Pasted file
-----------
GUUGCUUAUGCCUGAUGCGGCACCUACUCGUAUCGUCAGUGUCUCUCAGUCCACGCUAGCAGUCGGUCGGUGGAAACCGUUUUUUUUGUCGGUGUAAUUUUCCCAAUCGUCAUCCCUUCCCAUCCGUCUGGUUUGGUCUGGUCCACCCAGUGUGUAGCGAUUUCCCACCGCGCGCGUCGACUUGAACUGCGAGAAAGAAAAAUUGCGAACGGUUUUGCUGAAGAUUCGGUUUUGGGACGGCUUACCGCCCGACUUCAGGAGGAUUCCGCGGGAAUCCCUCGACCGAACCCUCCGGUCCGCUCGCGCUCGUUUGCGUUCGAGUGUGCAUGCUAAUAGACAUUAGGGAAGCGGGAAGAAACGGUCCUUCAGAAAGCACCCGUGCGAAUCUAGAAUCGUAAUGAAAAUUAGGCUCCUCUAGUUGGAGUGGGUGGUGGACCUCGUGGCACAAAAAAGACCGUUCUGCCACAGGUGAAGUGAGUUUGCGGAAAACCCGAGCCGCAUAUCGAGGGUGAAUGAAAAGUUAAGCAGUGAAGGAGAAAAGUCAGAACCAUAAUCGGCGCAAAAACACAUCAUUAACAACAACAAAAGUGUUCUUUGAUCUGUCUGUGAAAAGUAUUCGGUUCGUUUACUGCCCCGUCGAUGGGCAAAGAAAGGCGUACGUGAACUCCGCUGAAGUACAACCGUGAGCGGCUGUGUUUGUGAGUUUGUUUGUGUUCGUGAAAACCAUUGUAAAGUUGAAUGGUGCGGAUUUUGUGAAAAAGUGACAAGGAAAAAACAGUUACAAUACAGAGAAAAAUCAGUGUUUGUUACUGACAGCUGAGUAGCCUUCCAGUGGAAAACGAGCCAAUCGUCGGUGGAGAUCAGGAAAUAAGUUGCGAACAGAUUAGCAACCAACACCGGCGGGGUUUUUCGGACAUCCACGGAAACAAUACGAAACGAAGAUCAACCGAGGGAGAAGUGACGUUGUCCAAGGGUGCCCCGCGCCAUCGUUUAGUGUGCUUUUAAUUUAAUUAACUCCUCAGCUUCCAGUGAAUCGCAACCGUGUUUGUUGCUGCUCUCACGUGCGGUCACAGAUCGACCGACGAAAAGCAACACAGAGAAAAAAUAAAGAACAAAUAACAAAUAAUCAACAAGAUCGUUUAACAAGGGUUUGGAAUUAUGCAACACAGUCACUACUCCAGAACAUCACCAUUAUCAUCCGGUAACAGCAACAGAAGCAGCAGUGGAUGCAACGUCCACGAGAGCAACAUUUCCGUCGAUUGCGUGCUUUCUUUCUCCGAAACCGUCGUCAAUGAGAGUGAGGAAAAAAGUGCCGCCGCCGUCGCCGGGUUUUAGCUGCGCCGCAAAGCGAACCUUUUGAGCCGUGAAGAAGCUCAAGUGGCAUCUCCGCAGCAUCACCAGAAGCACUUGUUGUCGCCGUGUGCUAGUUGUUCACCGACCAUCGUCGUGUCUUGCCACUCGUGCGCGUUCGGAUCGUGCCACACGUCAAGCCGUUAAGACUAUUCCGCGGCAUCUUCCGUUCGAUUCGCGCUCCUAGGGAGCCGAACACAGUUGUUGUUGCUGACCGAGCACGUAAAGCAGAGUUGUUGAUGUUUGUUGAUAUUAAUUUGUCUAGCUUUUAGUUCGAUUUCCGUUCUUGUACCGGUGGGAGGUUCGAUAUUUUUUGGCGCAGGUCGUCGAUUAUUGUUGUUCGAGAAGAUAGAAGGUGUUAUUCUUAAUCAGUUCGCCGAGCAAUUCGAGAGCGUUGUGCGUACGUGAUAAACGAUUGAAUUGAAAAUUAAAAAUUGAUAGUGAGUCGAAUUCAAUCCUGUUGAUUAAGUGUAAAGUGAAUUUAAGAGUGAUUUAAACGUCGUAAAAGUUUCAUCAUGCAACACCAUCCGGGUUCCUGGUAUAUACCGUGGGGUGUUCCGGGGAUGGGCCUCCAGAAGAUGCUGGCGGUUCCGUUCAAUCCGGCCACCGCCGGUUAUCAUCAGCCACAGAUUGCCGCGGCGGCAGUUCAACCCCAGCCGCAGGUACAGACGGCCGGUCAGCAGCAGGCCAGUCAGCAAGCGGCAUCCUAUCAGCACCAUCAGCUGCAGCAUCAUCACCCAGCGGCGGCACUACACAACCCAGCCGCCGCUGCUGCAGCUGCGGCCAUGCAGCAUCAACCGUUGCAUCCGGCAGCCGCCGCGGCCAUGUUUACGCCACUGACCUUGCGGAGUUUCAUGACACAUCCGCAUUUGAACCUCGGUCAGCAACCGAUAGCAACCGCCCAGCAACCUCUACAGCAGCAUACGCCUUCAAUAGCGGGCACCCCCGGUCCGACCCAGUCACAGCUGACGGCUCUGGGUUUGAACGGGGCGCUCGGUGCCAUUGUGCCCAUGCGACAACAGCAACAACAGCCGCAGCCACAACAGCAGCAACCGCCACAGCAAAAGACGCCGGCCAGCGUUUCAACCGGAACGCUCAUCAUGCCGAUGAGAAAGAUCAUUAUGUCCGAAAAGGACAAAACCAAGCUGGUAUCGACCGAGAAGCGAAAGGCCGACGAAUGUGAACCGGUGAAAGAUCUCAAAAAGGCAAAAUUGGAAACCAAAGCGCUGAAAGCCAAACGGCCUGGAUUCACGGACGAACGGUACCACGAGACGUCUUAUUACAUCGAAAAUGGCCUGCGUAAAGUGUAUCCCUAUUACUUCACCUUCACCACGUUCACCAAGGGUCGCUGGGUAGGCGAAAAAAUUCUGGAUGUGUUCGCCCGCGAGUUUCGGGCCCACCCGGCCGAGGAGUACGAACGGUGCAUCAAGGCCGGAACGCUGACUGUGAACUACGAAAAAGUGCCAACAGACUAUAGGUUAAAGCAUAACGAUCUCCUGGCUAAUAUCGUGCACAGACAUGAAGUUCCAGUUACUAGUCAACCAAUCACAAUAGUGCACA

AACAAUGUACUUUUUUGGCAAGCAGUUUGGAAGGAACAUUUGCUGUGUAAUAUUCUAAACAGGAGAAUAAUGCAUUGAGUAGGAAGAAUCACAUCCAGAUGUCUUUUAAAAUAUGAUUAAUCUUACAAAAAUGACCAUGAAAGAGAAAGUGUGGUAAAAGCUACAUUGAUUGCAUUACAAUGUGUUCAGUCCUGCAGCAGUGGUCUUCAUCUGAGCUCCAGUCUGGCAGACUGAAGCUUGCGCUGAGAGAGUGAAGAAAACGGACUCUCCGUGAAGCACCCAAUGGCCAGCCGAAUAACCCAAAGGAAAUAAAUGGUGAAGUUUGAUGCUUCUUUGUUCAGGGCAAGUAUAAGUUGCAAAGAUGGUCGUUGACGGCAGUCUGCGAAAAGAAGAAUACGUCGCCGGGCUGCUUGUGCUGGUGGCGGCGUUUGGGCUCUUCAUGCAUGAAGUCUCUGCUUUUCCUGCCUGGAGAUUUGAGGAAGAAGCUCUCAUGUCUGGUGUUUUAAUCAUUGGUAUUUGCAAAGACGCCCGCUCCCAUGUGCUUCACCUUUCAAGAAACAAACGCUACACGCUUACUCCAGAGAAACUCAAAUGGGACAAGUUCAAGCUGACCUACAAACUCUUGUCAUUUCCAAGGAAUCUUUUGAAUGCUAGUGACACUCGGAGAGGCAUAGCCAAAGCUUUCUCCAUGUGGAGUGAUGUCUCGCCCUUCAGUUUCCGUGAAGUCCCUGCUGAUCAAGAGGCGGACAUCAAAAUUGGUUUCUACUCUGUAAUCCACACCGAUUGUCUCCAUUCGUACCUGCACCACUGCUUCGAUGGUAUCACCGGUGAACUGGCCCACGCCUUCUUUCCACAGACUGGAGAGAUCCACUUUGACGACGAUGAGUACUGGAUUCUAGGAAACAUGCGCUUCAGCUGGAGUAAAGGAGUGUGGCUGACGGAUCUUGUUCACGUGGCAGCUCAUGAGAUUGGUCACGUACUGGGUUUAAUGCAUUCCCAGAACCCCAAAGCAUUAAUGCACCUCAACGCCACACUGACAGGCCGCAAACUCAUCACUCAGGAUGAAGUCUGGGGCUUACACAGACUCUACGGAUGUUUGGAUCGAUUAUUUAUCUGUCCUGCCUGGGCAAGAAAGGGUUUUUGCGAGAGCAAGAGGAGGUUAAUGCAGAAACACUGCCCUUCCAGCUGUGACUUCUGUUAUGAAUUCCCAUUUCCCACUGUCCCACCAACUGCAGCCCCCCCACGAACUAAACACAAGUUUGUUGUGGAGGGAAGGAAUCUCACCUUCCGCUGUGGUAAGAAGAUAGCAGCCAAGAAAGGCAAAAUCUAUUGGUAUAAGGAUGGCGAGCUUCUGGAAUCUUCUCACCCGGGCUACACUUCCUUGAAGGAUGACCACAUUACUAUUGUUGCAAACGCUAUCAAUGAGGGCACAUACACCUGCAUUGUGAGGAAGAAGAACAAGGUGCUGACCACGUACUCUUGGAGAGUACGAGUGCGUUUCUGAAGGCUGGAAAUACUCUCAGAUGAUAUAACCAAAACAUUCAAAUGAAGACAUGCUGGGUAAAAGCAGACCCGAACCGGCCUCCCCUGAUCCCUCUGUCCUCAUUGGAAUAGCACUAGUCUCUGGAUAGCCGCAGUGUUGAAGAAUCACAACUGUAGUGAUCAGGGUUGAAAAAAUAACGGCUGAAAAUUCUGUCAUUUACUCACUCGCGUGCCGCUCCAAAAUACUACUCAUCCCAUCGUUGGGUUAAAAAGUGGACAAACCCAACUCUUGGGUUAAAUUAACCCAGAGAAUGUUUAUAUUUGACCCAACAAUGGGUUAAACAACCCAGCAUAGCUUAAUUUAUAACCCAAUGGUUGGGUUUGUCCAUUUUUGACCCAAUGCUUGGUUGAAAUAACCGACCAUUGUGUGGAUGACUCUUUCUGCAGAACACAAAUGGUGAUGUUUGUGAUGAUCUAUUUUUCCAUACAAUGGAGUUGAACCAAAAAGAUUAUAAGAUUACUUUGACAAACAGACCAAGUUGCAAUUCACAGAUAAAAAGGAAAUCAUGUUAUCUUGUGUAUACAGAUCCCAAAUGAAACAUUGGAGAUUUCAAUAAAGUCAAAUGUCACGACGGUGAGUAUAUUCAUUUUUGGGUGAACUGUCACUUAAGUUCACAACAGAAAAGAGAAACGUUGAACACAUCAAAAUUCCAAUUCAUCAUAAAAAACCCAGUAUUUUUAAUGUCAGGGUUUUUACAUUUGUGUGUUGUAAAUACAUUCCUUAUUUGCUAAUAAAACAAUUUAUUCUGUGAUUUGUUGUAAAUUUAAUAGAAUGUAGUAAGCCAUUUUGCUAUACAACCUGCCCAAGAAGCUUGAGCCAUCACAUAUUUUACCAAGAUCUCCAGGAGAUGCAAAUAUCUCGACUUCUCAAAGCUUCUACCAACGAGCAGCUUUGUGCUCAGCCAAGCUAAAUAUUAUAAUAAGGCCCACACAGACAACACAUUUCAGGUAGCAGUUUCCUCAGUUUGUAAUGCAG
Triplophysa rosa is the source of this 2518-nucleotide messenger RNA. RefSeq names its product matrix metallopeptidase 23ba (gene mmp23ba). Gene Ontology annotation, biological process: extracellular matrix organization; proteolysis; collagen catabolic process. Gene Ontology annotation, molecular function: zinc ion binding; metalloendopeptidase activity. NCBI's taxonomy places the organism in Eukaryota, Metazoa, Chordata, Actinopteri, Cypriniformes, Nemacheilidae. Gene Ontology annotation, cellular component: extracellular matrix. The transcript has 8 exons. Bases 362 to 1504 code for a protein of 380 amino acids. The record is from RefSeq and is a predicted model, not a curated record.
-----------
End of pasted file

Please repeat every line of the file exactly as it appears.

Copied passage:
GUUGCUUAUGCCUGAUGCGGCACCUACUCGUAUCGUCAGUGUCUCUCAGUCCACGCUAGCAGUCGGUCGGUGGAAACCGUUUUUUUUGUCGGUGUAAUUUUCCCAAUCGUCAUCCCUUCCCAUCCGUCUGGUUUGGUCUGGUCCACCCAGUGUGUAGCGAUUUCCCACCGCGCGCGUCGACUUGAACUGCGAGAAAGAAAAAUUGCGAACGGUUUUGCUGAAGAUUCGGUUUUGGGACGGCUUACCGCCCGACUUCAGGAGGAUUCCGCGGGAAUCCCUCGACCGAACCCUCCGGUCCGCUCGCGCUCGUUUGCGUUCGAGUGUGCAUGCUAAUAGACAUUAGGGAAGCGGGAAGAAACGGUCCUUCAGAAAGCACCCGUGCGAAUCUAGAAUCGUAAUGAAAAUUAGGCUCCUCUAGUUGGAGUGGGUGGUGGACCUCGUGGCACAAAAAAGACCGUUCUGCCACAGGUGAAGUGAGUUUGCGGAAAACCCGAGCCGCAUAUCGAGGGUGAAUGAAAAGUUAAGCAGUGAAGGAGAAAAGUCAGAACCAUAAUCGGCGCAAAAACACAUCAUUAACAACAACAAAAGUGUUCUUUGAUCUGUCUGUGAAAAGUAUUCGGUUCGUUUACUGCCCCGUCGAUGGGCAAAGAAAGGCGUACGUGAACUCCGCUGAAGUACAACCGUGAGCGGCUGUGUUUGUGAGUUUGUUUGUGUUCGUGAAAACCAUUGUAAAGUUGAAUGGUGCGGAUUUUGUGAAAAAGUGACAAGGAAAAAACAGUUACAAUACAGAGAAAAAUCAGUGUUUGUUACUGACAGCUGAGUAGCCUUCCAGUGGAAAACGAGCCAAUCGUCGGUGGAGAUCAGGAAAUAAGUUGCGAACAGAUUAGCAACCAACACCGGCGGGGUUUUUCGGACAUCCACGGAAACAAUACGAAACGAAGAUCAACCGAGGGAGAAGUGACGUUGUCCAAGGGUGCCCCGCGCCAUCGUUUAGUGUGCUUUUAAUUUAAUUAACUCCUCAGCUUCCAGUGAAUCGCAACCGUGUUUGUUGCUGCUCUCACGUGCGGUCACAGAUCGACCGACGAAAAGCAACACAGAGAAAAAAUAAAGAACAAAUAACAAAUAAUCAACAAGAUCGUUUAACAAGGGUUUGGAAUUAUGCAACACAGUCACUACUCCAGAACAUCACCAUUAUCAUCCGGUAACAGCAACAGAAGCAGCAGUGGAUGCAACGUCCACGAGAGCAACAUUUCCGUCGAUUGCGUGCUUUCUUUCUCCGAAACCGUCGUCAAUGAGAGUGAGGAAAAAAGUGCCGCCGCCGUCGCCGGGUUUUAGCUGCGCCGCAAAGCGAACCUUUUGAGCCGUGAAGAAGCUCAAGUGGCAUCUCCGCAGCAUCACCAGAAGCACUUGUUGUCGCCGUGUGCUAGUUGUUCACCGACCAUCGUCGUGUCUUGCCACUCGUGCGCGUUCGGAUCGUGCCACACGUCAAGCCGUUAAGACUAUUCCGCGGCAUCUUCCGUUCGAUUCGCGCUCCUAGGGAGCCGAACACAGUUGUUGUUGCUGACCGAGCACGUAAAGCAGAGUUGUUGAUGUUUGUUGAUAUUAAUUUGUCUAGCUUUUAGUUCGAUUUCCGUUCUUGUACCGGUGGGAGGUUCGAUAUUUUUUGGCGCAGGUCGUCGAUUAUUGUUGUUCGAGAAGAUAGAAGGUGUUAUUCUUAAUCAGUUCGCCGAGCAAUUCGAGAGCGUUGUGCGUACGUGAUAAACGAUUGAAUUGAAAAUUAAAAAUUGAUAGUGAGUCGAAUUCAAUCCUGUUGAUUAAGUGUAAAGUGAAUUUAAGAGUGAUUUAAACGUCGUAAAAGUUUCAUCAUGCAACACCAUCCGGGUUCCUGGUAUAUACCGUGGGGUGUUCCGGGGAUGGGCCUCCAGAAGAUGCUGGCGGUUCCGUUCAAUCCGGCCACCGCCGGUUAUCAUCAGCCACAGAUUGCCGCGGCGGCAGUUCAACCCCAGCCGCAGGUACAGACGGCCGGUCAGCAGCAGGCCAGUCAGCAAGCGGCAUCCUAUCAGCACCAUCAGCUGCAGCAUCAUCACCCAGCGGCGGCACUACACAACCCAGCCGCCGCUGCUGCAGCUGCGGCCAUGCAGCAUCAACCGUUGCAUCCGGCAGCCGCCGCGGCCAUGUUUACGCCACUGACCUUGCGGAGUUUCAUGACACAUCCGCAUUUGAACCUCGGUCAGCAACCGAUAGCAACCGCCCAGCAACCUCUACAGCAGCAUACGCCUUCAAUAGCGGGCACCCCCGGUCCGACCCAGUCACAGCUGACGGCUCUGGGUUUGAACGGGGCGCUCGGUGCCAUUGUGCCCAUGCGACAACAGCAACAACAGCCGCAGCCACAACAGCAGCAACCGCCACAGCAAAAGACGCCGGCCAGCGUUUCAACCGGAACGCUCAUCAUGCCGAUGAGAAAGAUCAUUAUGUCCGAAAAGGACAAAACCAAGCUGGUAUCGACCGAGAAGCGAAAGGCCGACGAAUGUGAACCGGUGAAAGAUCUCAAAAAGGCAAAAUUGGAAACCAAAGCGCUGAAAGCCAAACGGCCUGGAUUCACGGACGAACGGUACCACGAGACGUCUUAUUACAUCGAAAAUGGCCUGCGUAAAGUGUAUCCCUAUUACUUCACCUUCACCACGUUCACCAAGGGUCGCUGGGUAGGCGAAAAAAUUCUGGAUGUGUUCGCCCGCGAGUUUCGGGCCCACCCGGCCGAGGAGUACGAACGGUGCAUCAAGGCCGGAACGCUGACUGUGAACUACGAAAAAGUGCCAACAGACUAUAGGUUAAAGCAUAACGAUCUCCUGGCUAAUAUCGUGCACAGACAUGAAGUUCCAGUUACUAGUCAACCAAUCACAAUAGUGCACA

AACAAUGUACUUUUUUGGCAAGCAGUUUGGAAGGAACAUUUGCUGUGUAAUAUUCUAAACAGGAGAAUAAUGCAUUGAGUAGGAAGAAUCACAUCCAGAUGUCUUUUAAAAUAUGAUUAAUCUUACAAAAAUGACCAUGAAAGAGAAAGUGUGGUAAAAGCUACAUUGAUUGCAUUACAAUGUGUUCAGUCCUGCAGCAGUGGUCUUCAUCUGAGCUCCAGUCUGGCAGACUGAAGCUUGCGCUGAGAGAGUGAAGAAAACGGACUCUCCGUGAAGCACCCAAUGGCCAGCCGAAUAACCCAAAGGAAAUAAAUGGUGAAGUUUGAUGCUUCUUUGUUCAGGGCAAGUAUAAGUUGCAAAGAUGGUCGUUGACGGCAGUCUGCGAAAAGAAGAAUACGUCGCCGGGCUGCUUGUGCUGGUGGCGGCGUUUGGGCUCUUCAUGCAUGAAGUCUCUGCUUUUCCUGCCUGGAGAUUUGAGGAAGAAGCUCUCAUGUCUGGUGUUUUAAUCAUUGGUAUUUGCAAAGACGCCCGCUCCCAUGUGCUUCACCUUUCAAGAAACAAACGCUACACGCUUACUCCAGAGAAACUCAAAUGGGACAAGUUCAAGCUGACCUACAAACUCUUGUCAUUUCCAAGGAAUCUUUUGAAUGCUAGUGACACUCGGAGAGGCAUAGCCAAAGCUUUCUCCAUGUGGAGUGAUGUCUCGCCCUUCAGUUUCCGUGAAGUCCCUGCUGAUCAAGAGGCGGACAUCAAAAUUGGUUUCUACUCUGUAAUCCACACCGAUUGUCUCCAUUCGUACCUGCACCACUGCUUCGAUGGUAUCACCGGUGAACUGGCCCACGCCUUCUUUCCACAGACUGGAGAGAUCCACUUUGACGACGAUGAGUACUGGAUUCUAGGAAACAUGCGCUUCAGCUGGAGUAAAGGAGUGUGGCUGACGGAUCUUGUUCACGUGGCAGCUCAUGAGAUUGGUCACGUACUGGGUUUAAUGCAUUCCCAGAACCCCAAAGCAUUAAUGCACCUCAACGCCACACUGACAGGCCGCAAACUCAUCACUCAGGAUGAAGUCUGGGGCUUACACAGACUCUACGGAUGUUUGGAUCGAUUAUUUAUCUGUCCUGCCUGGGCAAGAAAGGGUUUUUGCGAGAGCAAGAGGAGGUUAAUGCAGAAACACUGCCCUUCCAGCUGUGACUUCUGUUAUGAAUUCCCAUUUCCCACUGUCCCACCAACUGCAGCCCCCCCACGAACUAAACACAAGUUUGUUGUGGAGGGAAGGAAUCUCACCUUCCGCUGUGGUAAGAAGAUAGCAGCCAAGAAAGGCAAAAUCUAUUGGUAUAAGGAUGGCGAGCUUCUGGAAUCUUCUCACCCGGGCUACACUUCCUUGAAGGAUGACCACAUUACUAUUGUUGCAAACGCUAUCAAUGAGGGCACAUACACCUGCAUUGUGAGGAAGAAGAACAAGGUGCUGACCACGUACUCUUGGAGAGUACGAGUGCGUUUCUGAAGGCUGGAAAUACUCUCAGAUGAUAUAACCAAAACAUUCAAAUGAAGACAUGCUGGGUAAAAGCAGACCCGAACCGGCCUCCCCUGAUCCCUCUGUCCUCAUUGGAAUAGCACUAGUCUCUGGAUAGCCGCAGUGUUGAAGAAUCACAACUGUAGUGAUCAGGGUUGAAAAAAUAACGGCUGAAAAUUCUGUCAUUUACUCACUCGCGUGCCGCUCCAAAAUACUACUCAUCCCAUCGUUGGGUUAAAAAGUGGACAAACCCAACUCUUGGGUUAAAUUAACCCAGAGAAUGUUUAUAUUUGACCCAACAAUGGGUUAAACAACCCAGCAUAGCUUAAUUUAUAACCCAAUGGUUGGGUUUGUCCAUUUUUGACCCAAUGCUUGGUUGAAAUAACCGACCAUUGUGUGGAUGACUCUUUCUGCAGAACACAAAUGGUGAUGUUUGUGAUGAUCUAUUUUUCCAUACAAUGGAGUUGAACCAAAAAGAUUAUAAGAUUACUUUGACAAACAGACCAAGUUGCAAUUCACAGAUAAAAAGGAAAUCAUGUUAUCUUGUGUAUACAGAUCCCAAAUGAAACAUUGGAGAUUUCAAUAAAGUCAAAUGUCACGACGGUGAGUAUAUUCAUUUUUGGGUGAACUGUCACUUAAGUUCACAACAGAAAAGAGAAACGUUGAACACAUCAAAAUUCCAAUUCAUCAUAAAAAACCCAGUAUUUUUAAUGUCAGGGUUUUUACAUUUGUGUGUUGUAAAUACAUUCCUUAUUUGCUAAUAAAACAAUUUAUUCUGUGAUUUGUUGUAAAUUUAAUAGAAUGUAGUAAGCCAUUUUGCUAUACAACCUGCCCAAGAAGCUUGAGCCAUCACAUAUUUUACCAAGAUCUCCAGGAGAUGCAAAUAUCUCGACUUCUCAAAGCUUCUACCAACGAGCAGCUUUGUGCUCAGCCAAGCUAAAUAUUAUAAUAAGGCCCACACAGACAACACAUUUCAGGUAGCAGUUUCCUCAGUUUGUAAUGCAG
Triplophysa rosa is the source of this 2518-nucleotide messenger RNA. RefSeq names its product matrix metallopeptidase 23ba (gene mmp23ba). Gene Ontology annotation, biological process: extracellular matrix organization; proteolysis; collagen catabolic process. Gene Ontology annotation, molecular function: zinc ion binding; metalloendopeptidase activity. NCBI's taxonomy places the organism in Eukaryota, Metazoa, Chordata, Actinopteri, Cypriniformes, Nemacheilidae. Gene Ontology annotation, cellular component: extracellular matrix. The transcript has 8 exons. Bases 362 to 1504 code for a protein of 380 amino acids. The record is from RefSeq and is a predicted model, not a curated record.